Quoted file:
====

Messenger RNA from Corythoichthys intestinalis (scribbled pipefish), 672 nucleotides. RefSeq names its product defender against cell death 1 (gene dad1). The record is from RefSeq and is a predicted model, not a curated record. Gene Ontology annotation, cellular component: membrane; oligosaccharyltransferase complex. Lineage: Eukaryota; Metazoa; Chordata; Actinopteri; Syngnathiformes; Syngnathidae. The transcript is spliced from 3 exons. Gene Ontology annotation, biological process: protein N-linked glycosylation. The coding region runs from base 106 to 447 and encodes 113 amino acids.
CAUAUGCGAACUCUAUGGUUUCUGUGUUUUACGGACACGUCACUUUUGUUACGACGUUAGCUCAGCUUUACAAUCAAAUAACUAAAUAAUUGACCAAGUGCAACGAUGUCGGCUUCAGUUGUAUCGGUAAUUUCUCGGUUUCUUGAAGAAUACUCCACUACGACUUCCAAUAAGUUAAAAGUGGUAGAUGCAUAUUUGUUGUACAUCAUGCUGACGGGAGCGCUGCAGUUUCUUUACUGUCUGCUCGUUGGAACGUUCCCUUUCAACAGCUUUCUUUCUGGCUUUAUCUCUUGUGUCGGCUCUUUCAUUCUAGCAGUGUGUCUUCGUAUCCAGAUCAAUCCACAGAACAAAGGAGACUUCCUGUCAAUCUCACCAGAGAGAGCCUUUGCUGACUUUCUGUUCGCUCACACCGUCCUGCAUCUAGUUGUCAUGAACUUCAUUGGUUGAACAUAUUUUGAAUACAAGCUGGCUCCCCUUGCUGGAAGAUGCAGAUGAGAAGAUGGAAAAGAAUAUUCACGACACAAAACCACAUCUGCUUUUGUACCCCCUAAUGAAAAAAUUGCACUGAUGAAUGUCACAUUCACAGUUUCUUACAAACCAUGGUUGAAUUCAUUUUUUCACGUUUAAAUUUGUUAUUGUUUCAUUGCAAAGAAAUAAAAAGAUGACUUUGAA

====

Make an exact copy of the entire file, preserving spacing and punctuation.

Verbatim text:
Messenger RNA from Corythoichthys intestinalis (scribbled pipefish), 672 nucleotides. RefSeq names its product defender against cell death 1 (gene dad1). The record is from RefSeq and is a predicted model, not a curated record. Gene Ontology annotation, cellular component: membrane; oligosaccharyltransferase complex. Lineage: Eukaryota; Metazoa; Chordata; Actinopteri; Syngnathiformes; Syngnathidae. The transcript is spliced from 3 exons. Gene Ontology annotation, biological process: protein N-linked glycosylation. The coding region runs from base 106 to 447 and encodes 113 amino acids.
CAUAUGCGAACUCUAUGGUUUCUGUGUUUUACGGACACGUCACUUUUGUUACGACGUUAGCUCAGCUUUACAAUCAAAUAACUAAAUAAUUGACCAAGUGCAACGAUGUCGGCUUCAGUUGUAUCGGUAAUUUCUCGGUUUCUUGAAGAAUACUCCACUACGACUUCCAAUAAGUUAAAAGUGGUAGAUGCAUAUUUGUUGUACAUCAUGCUGACGGGAGCGCUGCAGUUUCUUUACUGUCUGCUCGUUGGAACGUUCCCUUUCAACAGCUUUCUUUCUGGCUUUAUCUCUUGUGUCGGCUCUUUCAUUCUAGCAGUGUGUCUUCGUAUCCAGAUCAAUCCACAGAACAAAGGAGACUUCCUGUCAAUCUCACCAGAGAGAGCCUUUGCUGACUUUCUGUUCGCUCACACCGUCCUGCAUCUAGUUGUCAUGAACUUCAUUGGUUGAACAUAUUUUGAAUACAAGCUGGCUCCCCUUGCUGGAAGAUGCAGAUGAGAAGAUGGAAAAGAAUAUUCACGACACAAAACCACAUCUGCUUUUGUACCCCCUAAUGAAAAAAUUGCACUGAUGAAUGUCACAUUCACAGUUUCUUACAAACCAUGGUUGAAUUCAUUUUUUCACGUUUAAAUUUGUUAUUGUUUCAUUGCAAAGAAAUAAAAAGAUGACUUUGAA